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Technological advancement in information sharing and state surveillance pose a serious threat to individual privacy. India’s lack of stringent laws in this area is a case of being behind the times.

By Rajendran Nair Karakulam

Union Finance Minister Arun Jaitley found to his horror in January 2013, that his phone was being tapped. He was leader of the opposition in the Rajya Sabha then. The tapping had not been ordered by the government, but by Delhi police personnel, who were abusing their powers in an unauthorized manner. Earlier, leaks of tapes between middlemen, politicians and businessmen confirmed that the information collected through surveillance was not in safe hands. Several individuals have also complained that their phones are being tapped.

The government usually puts the blame on the Telecom Service Providers (TSPs) for the leaks. These TSPs function within the limits of licenses issued by the government. The truth, most often, is that the government mandates the surveillance and then places the burden of ensuring privacy on the TSPs.

The state has also been arming itself with newer powers and tools for gathering information about citizens. The government announced in 2009 that it would start a Central Monitoring System (CMS) in order to do away with the intervention of TSPs in surveillance; this system commenced in 2013. The CMS ensures that all mobile calls are tapped regularly and consistently 24×7. Therefore, it is only logical to conclude that the CMS will further conceal unlawful surveillance. Surveillance systems like PRISM, prevalent in the United States, are also similar in nature, but the US privacy laws protect citizens from any arbitrary and illegal use.

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Despite concerted attempts by the authorities to invade privacy, there has been hardly any demand from the civil society to reform India’s privacy laws. Privacy laws protect citizens not just from state surveillance, but also from private processing of data. Protection from private processing is becoming more crucial in the new environment of information sharing on the internet.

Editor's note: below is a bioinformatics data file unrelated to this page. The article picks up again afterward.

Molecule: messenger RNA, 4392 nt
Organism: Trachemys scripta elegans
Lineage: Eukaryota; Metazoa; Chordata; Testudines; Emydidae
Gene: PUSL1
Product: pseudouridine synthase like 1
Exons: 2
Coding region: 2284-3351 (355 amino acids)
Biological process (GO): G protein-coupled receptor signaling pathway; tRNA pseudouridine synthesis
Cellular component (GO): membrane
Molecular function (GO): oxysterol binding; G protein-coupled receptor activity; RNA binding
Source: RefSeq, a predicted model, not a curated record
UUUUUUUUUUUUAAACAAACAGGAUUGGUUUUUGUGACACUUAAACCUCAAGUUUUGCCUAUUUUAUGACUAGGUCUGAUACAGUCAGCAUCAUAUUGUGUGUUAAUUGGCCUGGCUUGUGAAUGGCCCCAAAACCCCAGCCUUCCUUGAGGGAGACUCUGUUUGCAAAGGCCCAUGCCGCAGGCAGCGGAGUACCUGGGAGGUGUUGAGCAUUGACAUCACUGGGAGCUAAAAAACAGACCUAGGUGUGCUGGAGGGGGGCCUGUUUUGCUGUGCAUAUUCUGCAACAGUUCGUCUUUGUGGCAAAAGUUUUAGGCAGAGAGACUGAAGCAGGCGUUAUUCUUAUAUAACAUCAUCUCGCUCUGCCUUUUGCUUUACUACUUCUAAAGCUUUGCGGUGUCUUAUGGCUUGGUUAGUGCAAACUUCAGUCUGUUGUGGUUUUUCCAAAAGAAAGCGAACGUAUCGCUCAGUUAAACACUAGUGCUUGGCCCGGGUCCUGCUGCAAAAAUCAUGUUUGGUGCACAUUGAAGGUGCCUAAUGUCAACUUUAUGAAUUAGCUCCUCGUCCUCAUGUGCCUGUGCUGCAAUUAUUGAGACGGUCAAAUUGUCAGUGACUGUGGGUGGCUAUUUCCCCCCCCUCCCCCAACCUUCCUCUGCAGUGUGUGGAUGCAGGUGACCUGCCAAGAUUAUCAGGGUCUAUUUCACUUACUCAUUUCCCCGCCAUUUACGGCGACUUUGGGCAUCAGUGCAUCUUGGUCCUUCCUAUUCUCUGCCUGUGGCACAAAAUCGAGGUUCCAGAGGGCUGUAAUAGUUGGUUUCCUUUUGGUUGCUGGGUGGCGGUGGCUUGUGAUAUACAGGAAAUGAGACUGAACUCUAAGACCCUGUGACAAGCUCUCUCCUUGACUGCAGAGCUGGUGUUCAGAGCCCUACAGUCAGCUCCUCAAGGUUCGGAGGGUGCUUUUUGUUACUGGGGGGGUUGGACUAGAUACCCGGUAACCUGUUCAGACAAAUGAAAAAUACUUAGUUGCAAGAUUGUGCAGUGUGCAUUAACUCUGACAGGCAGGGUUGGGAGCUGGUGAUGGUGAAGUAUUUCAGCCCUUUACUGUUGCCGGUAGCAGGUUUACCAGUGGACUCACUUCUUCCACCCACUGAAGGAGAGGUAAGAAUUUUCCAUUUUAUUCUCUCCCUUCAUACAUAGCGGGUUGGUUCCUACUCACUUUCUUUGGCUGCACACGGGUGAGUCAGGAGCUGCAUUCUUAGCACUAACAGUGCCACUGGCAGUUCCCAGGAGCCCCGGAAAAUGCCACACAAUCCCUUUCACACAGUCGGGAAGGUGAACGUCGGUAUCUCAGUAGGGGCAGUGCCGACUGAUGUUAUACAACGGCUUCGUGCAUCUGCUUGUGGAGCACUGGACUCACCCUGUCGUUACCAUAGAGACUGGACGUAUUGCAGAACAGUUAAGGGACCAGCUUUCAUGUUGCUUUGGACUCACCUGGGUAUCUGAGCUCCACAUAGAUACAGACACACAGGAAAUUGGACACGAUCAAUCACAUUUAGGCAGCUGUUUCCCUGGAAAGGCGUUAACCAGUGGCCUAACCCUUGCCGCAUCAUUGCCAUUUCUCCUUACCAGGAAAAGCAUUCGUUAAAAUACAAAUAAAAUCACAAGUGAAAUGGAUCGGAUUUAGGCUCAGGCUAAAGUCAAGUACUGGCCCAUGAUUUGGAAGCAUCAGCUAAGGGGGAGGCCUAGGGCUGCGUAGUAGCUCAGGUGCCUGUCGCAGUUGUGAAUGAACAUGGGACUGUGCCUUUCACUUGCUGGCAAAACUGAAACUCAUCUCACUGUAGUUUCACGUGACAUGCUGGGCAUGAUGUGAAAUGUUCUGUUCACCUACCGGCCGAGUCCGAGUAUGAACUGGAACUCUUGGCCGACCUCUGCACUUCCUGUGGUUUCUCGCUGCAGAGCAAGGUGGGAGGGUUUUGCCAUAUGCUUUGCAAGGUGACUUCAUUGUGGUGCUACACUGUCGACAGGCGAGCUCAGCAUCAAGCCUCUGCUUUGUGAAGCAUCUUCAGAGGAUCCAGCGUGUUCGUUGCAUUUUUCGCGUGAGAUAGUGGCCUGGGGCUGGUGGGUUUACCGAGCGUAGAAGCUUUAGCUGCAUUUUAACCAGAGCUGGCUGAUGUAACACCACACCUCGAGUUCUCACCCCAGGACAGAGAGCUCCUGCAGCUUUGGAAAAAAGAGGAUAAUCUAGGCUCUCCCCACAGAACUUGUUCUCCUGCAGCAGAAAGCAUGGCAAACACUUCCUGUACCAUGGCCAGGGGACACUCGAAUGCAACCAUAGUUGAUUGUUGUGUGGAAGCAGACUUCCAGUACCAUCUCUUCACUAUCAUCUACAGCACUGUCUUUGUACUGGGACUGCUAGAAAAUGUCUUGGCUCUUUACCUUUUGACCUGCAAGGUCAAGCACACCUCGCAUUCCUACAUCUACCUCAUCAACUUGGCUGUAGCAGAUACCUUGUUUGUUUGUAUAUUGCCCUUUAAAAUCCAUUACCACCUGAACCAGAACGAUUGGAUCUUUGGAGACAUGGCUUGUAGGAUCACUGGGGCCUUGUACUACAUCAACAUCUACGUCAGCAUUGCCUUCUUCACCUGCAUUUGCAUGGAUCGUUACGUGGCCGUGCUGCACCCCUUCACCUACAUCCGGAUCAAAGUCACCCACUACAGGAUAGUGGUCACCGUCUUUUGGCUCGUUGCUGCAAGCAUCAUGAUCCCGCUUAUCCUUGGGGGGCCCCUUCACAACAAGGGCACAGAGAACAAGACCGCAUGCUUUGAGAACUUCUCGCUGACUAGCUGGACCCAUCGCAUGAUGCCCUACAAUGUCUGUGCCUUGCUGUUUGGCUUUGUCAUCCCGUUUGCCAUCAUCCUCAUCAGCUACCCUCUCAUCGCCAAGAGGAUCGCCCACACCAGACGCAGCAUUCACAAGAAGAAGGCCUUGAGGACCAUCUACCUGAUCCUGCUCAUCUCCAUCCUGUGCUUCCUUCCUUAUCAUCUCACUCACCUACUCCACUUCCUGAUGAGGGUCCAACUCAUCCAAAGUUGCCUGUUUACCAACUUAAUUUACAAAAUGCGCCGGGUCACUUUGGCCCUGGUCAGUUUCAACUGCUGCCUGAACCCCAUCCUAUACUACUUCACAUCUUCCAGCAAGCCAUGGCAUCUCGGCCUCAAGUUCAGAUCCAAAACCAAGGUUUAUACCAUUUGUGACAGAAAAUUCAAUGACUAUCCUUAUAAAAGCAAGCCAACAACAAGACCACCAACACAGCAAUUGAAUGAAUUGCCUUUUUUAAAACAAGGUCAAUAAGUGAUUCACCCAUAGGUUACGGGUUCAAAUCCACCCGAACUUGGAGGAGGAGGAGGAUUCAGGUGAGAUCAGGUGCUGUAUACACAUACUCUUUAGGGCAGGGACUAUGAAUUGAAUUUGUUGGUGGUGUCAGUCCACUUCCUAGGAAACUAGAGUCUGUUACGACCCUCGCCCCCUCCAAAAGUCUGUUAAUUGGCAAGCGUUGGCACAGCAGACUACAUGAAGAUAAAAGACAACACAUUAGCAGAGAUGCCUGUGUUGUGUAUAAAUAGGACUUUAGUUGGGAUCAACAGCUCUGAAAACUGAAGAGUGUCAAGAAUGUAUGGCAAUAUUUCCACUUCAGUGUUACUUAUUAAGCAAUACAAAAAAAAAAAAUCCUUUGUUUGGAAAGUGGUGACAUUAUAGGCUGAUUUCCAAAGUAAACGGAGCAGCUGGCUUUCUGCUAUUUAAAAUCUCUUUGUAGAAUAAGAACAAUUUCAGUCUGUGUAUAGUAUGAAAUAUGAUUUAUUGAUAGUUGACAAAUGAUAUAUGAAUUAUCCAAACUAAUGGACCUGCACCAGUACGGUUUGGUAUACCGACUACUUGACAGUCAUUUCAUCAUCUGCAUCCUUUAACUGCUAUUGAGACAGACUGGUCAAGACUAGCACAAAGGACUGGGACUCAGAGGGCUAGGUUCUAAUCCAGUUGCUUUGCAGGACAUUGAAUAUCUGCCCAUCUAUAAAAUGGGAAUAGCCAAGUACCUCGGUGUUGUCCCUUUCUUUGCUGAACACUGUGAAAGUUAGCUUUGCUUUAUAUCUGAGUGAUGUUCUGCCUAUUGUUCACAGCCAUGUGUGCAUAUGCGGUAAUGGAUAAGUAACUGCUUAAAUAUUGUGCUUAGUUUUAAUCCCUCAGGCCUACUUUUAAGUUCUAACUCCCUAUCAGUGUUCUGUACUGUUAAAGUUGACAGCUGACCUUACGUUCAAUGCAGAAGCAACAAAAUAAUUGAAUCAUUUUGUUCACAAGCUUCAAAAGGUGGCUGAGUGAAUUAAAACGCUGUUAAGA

While using the net, we give out a lot of data about ourselves, sometimes knowingly and sometimes unknowingly. This data is available to various agencies for processing. Some forms of processing are very common and are used by companies for commercial purposes. The advertisements that pop up while you browse on Google are projected after experts study your interests through your browsing history. For example, if you are browsing for options to buy a new flat in Jaipur, you may be targeted with more real estate ads from Jaipur, or even Rajasthan. Even Facebook intends to do the same. This is called retargeting. Many countries like Canada have already started protecting its citizens against such tactics.

Currently, the center is empowered to intercept any communication on the pretext of security of the state and protection of friendly relations with foreign states. Such a power is given to the government under Section 5(2) of the Indian Telegraph Act. At present, an authorization from the home ministry is enough for the state to carry out an interception. It was this weakness of procedural requirement that enabled Gujarat government to allegedly stalk a young woman.

The Supreme Court, on a PIL filed by People’s Union for Civil Liberties (PUCL), observed that the substantive law in Section 5(2) must have a procedural backing so that the exercise of the power by the government is just, fair and reasonable. Bhairav Acharya, a Supreme Court lawyer, who has worked on privacy laws, says: “There should be judicial scrutiny in surveillance by the state and there should be a Data Protection Authority protecting collection and processing of data.”

A 2011 report by the Group of Experts on Privacy, constituted by the planning commission and headed by the former Delhi High Court Chief Justice AP Shah, highlighted the gulf between the Indian privacy regime and privacy laws across the world. Some basic principles which were proposed to be added were: notice to the subject of surveillance, consent and purpose of data collection and protection from interception.